Celebrating Mardi Gras and New Orleans jazz with ‘Julie Benko’ at NYC’s Birdland

What better way to celebrate Mardi Gras in NYC than with a sensational themed one-night-only cabaret concert at Birdland on Monday, February 12, loaded with complimentary masks, beads, and trivia prizes from New Orleans, historical facts about NOLA and its holiday tradition (e.g., Monday was actually Lundi Gras), and a set list of its classic jazz, blues, and Cajun songs, in the return of the phenomenal Julie Benko (acclaimed as “Broadway’s breakout star” from Funny Girl and Harmony) with her six-piece band Euphonic Gumbo and special guest John Manzari? None.

Julie Benko and Jason Yeager (on piano). Photo by Ray Costello.

The celebration opened with the band marching out through the house and Benko, decked out in a dress of dazzling gold sequins, handing out pieces of her home-made king cake to lucky members of the audience as the musical parade passed by on its way to the stage. Joined by her husband Jason Yeager on piano, keyboard (at the same time, using one hand for each!), and mouth organ, Michael O’Brien on bass, Jay Sawyer on drums, Andy Warren on trumpet, Evan Harris on clarinet, and Rebecca Patterson on trombone, the supremely talented, effervescent, and knowledgeable Benko brought her blockbuster voice, extraordinary range, smooth jazz stylings, expressive emotion, and love of New Orleans to a well-curated selection of numbers that ranged from the upbeat “Down on Bourbon Street” (with the audience encouraged to clap along) to the soft, sweet, and poignant “The Lakes of Pontchartrain” (the oldest song in the show, which, she noted, originated in the War of 1812).

For the lilting 1935 love tune “Louisiana Fairy Tale” (which, if you missed the live show, can be heard on Benko and Yeager’s 2022 album Hand in Hand, released in 2022 by Club44 Records and winner of the BroadwayWorld Cabaret Award for Best Commercial Album, with its title derived from a lyric in the enchanting song), Benko not only sang but accompanied herself rhythmically on Zydeco washboard. In her beautiful rendition of the slow-tempo bittersweet “Evangeline,” about an Acadian girl’s search for her lost love (the Acadians were the displaced French forebears of the Louisiana Cajuns), referenced in the 2009 Disney film The Princess and the Frog, she combined spoken-word passages from Henry Wadsworth Longfellow’s epic poem of 1847, with musical passages from the song, in English and French, to deliver the moving message of longing and reuniting for eternity. And for the Dixieland jazz standard “(Won’t You Come Home) Bill Bailey,” Benko, who doesn’t like the original misogynist lyrics (“No. Not doing that in 2024”), cleverly changed the words to a more feminist perspective, beginning with the funny line “DON’T you come home, Bill Bailey!” and along with her scatting, threw in some barking (after first relating the story of Warren Carlyle, director of the Broadway production of Harmony, adopting a rescue dog named after the eponymous character in the song – one of the many personal anecdotes she interspersed throughout the concert).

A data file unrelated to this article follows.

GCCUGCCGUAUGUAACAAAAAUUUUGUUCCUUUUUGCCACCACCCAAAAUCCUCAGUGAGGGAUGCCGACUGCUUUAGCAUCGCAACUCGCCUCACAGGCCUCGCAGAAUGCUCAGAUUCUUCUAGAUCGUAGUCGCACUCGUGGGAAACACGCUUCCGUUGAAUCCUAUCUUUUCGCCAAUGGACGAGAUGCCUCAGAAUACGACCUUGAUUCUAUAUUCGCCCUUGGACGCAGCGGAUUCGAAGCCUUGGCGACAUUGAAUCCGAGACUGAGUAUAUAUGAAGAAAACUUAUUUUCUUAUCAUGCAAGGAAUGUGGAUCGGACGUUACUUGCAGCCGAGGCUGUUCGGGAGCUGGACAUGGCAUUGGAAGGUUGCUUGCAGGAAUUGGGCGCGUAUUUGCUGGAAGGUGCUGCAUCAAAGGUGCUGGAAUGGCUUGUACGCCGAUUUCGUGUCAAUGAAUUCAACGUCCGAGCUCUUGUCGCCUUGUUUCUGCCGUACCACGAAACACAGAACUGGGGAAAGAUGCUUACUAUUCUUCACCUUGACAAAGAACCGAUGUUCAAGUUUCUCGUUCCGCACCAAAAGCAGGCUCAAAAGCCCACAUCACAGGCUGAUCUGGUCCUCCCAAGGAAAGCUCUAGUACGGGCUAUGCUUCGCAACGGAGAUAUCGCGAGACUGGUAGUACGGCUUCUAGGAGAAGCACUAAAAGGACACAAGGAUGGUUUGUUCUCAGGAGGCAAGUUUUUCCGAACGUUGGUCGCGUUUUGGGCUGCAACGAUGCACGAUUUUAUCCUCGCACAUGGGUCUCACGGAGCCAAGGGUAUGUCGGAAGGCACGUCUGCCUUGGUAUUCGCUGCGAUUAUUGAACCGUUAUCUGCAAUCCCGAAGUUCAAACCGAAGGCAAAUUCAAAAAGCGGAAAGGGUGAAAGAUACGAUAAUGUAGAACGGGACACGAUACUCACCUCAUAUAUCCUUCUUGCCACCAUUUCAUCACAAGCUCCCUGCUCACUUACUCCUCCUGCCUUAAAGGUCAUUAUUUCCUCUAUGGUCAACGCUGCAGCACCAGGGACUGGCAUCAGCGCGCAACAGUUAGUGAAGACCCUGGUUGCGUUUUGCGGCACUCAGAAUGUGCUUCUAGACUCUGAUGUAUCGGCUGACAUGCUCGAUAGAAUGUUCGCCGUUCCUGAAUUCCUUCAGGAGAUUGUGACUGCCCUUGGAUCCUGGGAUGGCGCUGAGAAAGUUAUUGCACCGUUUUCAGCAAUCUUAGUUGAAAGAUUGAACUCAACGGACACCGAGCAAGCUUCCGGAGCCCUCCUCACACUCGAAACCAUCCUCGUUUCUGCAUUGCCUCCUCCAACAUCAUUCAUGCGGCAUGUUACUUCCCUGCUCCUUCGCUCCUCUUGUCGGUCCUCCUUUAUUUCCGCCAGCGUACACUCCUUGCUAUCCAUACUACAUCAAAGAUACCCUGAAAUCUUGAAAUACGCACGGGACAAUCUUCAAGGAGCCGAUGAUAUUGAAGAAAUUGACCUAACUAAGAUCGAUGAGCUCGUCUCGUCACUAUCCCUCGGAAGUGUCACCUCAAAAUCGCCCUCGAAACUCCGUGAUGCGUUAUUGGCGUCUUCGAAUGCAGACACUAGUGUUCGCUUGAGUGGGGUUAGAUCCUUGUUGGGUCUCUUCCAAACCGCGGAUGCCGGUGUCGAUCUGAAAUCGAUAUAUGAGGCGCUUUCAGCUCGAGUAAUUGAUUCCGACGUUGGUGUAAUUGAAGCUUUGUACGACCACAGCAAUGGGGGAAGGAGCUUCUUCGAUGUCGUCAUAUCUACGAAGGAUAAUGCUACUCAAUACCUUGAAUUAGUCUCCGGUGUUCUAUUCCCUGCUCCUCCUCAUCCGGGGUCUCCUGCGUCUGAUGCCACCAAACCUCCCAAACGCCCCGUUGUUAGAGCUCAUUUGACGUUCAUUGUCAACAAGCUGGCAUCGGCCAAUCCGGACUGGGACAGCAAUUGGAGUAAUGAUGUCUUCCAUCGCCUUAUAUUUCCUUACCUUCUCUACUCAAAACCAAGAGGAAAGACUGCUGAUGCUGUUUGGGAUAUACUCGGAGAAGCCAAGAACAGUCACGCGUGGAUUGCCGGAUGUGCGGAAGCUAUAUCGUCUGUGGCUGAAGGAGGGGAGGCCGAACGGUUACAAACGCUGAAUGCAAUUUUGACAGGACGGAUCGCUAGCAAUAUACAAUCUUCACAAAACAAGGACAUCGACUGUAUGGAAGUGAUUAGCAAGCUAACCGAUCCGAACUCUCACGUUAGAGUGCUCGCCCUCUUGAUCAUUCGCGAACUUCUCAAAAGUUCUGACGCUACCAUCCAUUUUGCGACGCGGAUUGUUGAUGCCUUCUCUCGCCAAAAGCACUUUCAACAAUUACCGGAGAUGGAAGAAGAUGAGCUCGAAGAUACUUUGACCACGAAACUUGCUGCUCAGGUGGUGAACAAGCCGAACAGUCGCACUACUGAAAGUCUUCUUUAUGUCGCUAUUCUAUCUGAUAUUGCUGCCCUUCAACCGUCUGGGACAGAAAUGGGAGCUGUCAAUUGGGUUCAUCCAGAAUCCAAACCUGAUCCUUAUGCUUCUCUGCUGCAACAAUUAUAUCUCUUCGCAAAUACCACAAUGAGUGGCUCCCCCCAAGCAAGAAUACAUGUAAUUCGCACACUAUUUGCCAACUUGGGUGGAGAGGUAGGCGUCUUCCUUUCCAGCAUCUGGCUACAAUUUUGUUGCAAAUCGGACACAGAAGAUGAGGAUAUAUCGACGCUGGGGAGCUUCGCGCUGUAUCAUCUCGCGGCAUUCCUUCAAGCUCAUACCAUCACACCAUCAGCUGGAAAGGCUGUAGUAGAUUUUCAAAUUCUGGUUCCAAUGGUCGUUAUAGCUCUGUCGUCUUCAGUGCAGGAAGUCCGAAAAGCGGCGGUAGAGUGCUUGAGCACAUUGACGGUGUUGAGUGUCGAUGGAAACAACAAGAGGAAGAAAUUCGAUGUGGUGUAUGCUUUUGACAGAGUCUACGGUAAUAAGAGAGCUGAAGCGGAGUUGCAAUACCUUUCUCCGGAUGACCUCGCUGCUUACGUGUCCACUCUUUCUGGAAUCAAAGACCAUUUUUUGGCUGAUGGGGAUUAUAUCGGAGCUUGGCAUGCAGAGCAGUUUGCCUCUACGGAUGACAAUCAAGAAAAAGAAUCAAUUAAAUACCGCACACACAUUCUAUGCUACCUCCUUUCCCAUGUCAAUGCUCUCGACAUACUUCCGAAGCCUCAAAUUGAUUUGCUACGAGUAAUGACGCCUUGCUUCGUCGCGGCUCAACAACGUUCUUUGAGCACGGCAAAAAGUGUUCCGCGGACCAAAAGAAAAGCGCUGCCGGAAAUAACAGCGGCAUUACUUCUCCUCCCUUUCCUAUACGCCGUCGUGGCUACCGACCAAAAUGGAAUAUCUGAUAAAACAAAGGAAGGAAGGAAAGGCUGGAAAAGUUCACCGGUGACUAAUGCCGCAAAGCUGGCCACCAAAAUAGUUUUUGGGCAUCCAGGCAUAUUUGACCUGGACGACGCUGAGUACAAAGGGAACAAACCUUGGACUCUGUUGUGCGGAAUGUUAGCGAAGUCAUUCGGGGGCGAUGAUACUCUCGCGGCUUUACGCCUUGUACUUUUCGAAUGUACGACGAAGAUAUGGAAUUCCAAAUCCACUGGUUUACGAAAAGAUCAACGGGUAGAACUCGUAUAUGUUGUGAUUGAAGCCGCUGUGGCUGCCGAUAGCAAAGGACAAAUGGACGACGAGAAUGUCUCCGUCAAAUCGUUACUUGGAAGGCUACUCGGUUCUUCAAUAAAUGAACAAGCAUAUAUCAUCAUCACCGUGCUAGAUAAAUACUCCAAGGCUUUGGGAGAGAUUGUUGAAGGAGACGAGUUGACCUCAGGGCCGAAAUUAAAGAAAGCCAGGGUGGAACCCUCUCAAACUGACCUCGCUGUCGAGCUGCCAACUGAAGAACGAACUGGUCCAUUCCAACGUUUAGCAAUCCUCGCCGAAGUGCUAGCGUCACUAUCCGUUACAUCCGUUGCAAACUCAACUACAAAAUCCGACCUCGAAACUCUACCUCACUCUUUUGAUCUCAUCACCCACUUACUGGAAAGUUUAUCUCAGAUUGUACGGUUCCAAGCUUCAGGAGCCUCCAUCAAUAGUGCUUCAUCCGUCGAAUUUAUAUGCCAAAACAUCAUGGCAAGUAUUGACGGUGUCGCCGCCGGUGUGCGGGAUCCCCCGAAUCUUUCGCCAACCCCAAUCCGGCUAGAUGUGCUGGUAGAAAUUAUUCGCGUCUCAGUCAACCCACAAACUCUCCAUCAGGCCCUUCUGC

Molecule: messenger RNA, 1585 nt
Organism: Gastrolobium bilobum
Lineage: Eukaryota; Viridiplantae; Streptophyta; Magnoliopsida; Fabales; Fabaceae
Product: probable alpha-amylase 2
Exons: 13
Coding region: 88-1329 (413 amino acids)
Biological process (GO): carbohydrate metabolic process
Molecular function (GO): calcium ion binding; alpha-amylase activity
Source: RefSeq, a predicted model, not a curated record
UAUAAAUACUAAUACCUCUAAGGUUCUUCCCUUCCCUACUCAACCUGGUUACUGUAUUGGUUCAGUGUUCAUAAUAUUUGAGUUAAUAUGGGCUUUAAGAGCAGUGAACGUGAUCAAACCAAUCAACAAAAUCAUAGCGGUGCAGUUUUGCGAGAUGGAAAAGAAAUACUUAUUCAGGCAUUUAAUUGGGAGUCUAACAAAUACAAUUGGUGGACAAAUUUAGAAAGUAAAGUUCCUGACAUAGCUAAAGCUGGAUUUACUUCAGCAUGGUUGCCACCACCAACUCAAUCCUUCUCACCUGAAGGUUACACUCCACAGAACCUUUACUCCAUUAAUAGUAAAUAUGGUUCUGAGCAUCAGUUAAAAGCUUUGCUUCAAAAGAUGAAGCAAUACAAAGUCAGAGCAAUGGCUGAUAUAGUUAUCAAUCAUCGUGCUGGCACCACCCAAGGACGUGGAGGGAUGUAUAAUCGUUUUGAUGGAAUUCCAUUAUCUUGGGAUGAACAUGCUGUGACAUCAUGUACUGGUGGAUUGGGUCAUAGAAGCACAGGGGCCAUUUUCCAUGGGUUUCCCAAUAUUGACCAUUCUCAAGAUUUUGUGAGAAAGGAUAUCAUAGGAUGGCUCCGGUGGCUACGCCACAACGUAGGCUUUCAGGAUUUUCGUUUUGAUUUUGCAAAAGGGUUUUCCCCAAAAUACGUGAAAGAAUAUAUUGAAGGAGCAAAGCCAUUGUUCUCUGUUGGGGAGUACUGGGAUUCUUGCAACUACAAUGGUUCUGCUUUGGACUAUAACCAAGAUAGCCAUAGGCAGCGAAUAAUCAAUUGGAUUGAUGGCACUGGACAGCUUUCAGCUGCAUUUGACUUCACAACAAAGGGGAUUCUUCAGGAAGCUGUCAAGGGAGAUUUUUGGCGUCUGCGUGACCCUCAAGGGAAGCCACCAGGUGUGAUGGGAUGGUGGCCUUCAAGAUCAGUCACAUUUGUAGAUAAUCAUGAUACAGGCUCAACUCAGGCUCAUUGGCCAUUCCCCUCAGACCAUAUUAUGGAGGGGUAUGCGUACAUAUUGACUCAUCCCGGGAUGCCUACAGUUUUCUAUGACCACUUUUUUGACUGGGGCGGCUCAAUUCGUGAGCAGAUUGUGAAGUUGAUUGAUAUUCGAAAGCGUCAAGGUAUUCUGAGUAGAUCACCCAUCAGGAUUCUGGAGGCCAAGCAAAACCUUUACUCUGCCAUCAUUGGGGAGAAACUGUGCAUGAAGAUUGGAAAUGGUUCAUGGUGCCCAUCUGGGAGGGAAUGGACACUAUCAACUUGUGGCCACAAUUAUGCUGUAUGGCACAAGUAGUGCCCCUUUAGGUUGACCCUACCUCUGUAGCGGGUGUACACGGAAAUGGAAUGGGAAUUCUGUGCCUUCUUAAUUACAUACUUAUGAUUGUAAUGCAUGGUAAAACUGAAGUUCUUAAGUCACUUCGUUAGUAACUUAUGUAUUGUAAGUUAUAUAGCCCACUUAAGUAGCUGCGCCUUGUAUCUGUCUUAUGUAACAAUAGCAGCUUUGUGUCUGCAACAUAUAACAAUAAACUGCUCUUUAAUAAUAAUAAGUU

Julie Benko and Euphonic Gumbo. Photo by Ray Costello.

Other numbers included Benko’s sultry performance of Cole Porter’s “Love for Sale” (a  track on her debut album Introducing Julie Benko), told from the perspective of a prostitute, which she related to New Orleans’ historic red light district of Storyville – a hotbed of jazz, with artists like Louis Armstrong getting their start in the brothels there; a fun and sexy Betty Boop-style performance of the “sanitized” 1940s favorite “Pretty Baby;” and her own original song, “Tomorrow Is A Day For You,” written on the occasion of the Supreme Court’s legalization of gay marriage (and also on her album Introducing Julie Benko).

She and Manzari (her castmate from Funny Girl) “let the good times roll” with her vocals and his tap dancing on the spirited “Iko Iko,” a song about Mardi Gras parade revelers written in 1953, and later covered by New Orleans singer and musician Dr. John in 1972. They also joined in a duet on the blues standard “St. James Infirmary,” on which Manzari both danced and sang, and closed the terrific show with their powerhouse performance of the traditional Black spiritual “When the Saints Go Marching In,” which featured masterful instrumental solos by all the members of Euphonic Gumbo, and the audience enthusiastically singing and clapping along.

Julie Benko, Photo by Ray Costello.
John Manzari. Photo by Deb Miller.
Jason Yeager and Jay Sawyer. Photo by Ray Costello.

But the fabulous evening didn’t end there. The gracious performers, whose outstanding talent is matched by their outgoing personalities, stayed for a meet-and-greet and photo ops with their fans, with whom they shared a sincere rapport and appreciation that could be felt both from the stage and in their up-close and personal interactions throughout the house. Be sure to keep an eye out for the next opportunity to see Julie Benko and Euphonic Gumbo; I know I will.

Running Time: Approximately 80 minutes, without intermission.

Julie Benko. Photo by Sub Urban Photography.

Julie Benko played on Monday, February 12, 2024, at Birdland, 315 West 44th Street, NYC.


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